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With the sun down and a walk behind us we slowly made our way back towards the station.

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Street food! Octopus and squid balls that consist of fish, egg, spices and flour pressed into a circle before being deep fried and served.

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Although I love a tasty Kabob once in awhile, I had plenty of those in Europe…

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Wait! I can read a part of that menu and I see, “healthy… green…” and “…exotic”!

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Salad coming up!

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Too bad we already ate, this place looked inviting with several tempting combinations. I would have went with the fig, kiwi and yogurt mixture.

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As we exit the main strip, the modern city buildings hypnotize you with their crazy structures and mind teasing appearances. The first one is actually formed with a series of angled mirrors!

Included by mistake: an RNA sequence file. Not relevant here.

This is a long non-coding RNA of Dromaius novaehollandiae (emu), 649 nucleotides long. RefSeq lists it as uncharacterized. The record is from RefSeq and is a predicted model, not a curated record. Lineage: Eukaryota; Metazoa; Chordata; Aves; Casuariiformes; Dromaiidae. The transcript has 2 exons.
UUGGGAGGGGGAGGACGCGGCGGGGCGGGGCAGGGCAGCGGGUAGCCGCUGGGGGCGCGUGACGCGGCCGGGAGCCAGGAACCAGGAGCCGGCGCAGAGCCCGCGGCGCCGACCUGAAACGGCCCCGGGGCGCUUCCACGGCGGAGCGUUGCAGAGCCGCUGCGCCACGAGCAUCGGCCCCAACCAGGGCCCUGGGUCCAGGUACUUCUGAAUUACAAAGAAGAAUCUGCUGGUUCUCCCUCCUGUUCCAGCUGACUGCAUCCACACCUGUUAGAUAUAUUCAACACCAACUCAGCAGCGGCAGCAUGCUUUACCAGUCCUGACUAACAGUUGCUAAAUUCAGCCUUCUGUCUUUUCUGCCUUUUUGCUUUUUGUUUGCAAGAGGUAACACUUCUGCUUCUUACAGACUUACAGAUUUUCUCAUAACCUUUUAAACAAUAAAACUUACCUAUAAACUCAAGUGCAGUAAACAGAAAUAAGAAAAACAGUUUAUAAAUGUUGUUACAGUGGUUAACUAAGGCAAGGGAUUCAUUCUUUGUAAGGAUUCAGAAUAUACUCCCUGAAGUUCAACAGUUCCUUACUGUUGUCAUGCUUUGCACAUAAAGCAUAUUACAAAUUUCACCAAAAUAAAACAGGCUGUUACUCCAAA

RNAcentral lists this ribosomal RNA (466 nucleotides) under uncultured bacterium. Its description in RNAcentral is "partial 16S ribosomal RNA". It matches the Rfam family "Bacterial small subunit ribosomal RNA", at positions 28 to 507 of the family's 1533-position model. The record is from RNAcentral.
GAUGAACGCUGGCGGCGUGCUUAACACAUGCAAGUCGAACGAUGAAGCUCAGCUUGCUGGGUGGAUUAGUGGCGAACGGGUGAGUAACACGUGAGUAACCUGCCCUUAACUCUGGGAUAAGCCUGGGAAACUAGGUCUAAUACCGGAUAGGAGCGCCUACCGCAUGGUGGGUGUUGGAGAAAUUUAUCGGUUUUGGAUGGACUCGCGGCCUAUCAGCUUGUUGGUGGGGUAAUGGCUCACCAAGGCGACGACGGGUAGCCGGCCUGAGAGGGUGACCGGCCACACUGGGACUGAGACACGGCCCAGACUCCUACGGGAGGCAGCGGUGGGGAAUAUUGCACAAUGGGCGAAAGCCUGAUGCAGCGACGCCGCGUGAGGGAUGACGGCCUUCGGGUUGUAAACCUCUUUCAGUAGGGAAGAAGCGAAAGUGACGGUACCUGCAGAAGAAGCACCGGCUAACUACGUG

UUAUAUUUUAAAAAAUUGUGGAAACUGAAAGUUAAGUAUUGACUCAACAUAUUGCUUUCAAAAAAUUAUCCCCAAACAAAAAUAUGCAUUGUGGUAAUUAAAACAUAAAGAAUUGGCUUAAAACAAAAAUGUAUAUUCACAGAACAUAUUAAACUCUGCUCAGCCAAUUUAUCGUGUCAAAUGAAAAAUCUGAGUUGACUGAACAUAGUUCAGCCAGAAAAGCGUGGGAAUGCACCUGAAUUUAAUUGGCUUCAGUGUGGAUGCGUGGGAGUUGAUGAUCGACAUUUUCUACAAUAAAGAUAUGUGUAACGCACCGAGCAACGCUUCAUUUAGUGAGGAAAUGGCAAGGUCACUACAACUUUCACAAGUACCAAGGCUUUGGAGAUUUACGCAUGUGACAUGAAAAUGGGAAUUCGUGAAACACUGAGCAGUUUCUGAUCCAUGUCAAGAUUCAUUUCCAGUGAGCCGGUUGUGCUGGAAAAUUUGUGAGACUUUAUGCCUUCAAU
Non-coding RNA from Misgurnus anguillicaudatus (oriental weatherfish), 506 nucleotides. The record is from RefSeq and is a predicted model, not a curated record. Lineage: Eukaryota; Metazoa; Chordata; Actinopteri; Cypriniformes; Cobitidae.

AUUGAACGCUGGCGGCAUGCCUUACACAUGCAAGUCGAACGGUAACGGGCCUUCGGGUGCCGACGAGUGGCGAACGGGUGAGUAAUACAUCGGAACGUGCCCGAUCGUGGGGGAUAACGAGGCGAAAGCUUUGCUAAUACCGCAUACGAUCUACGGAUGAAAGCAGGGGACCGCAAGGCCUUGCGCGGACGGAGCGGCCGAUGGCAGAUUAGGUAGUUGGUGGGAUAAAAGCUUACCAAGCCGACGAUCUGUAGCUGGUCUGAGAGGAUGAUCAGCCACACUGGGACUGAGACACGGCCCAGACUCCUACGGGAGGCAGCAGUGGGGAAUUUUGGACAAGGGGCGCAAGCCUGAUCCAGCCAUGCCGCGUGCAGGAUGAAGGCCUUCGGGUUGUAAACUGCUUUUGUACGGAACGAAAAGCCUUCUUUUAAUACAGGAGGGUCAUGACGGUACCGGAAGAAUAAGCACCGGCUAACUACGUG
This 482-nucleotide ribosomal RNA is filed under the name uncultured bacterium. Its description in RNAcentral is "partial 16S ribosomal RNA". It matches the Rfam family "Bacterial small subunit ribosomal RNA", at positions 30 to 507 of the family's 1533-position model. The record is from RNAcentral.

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A deep breath (of city air) is necessary to take it all in. It’s reminds me of Time Square in New York City, except nobody is yelling and there’s not a slice of pizza around every corner.

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On your MARKET, get set… Go!

Lets talk about a worldwide shared interest, a magnet for gatherings and one of my favorite subjects, food! Sweet, salty, fresh, raw, baked, grilled, fried, roasted, frozen, blended, puréed and homemade… We love it!

I’ve been extremely fortunate to have experienced the cuisine of several different countries and oh how they differ!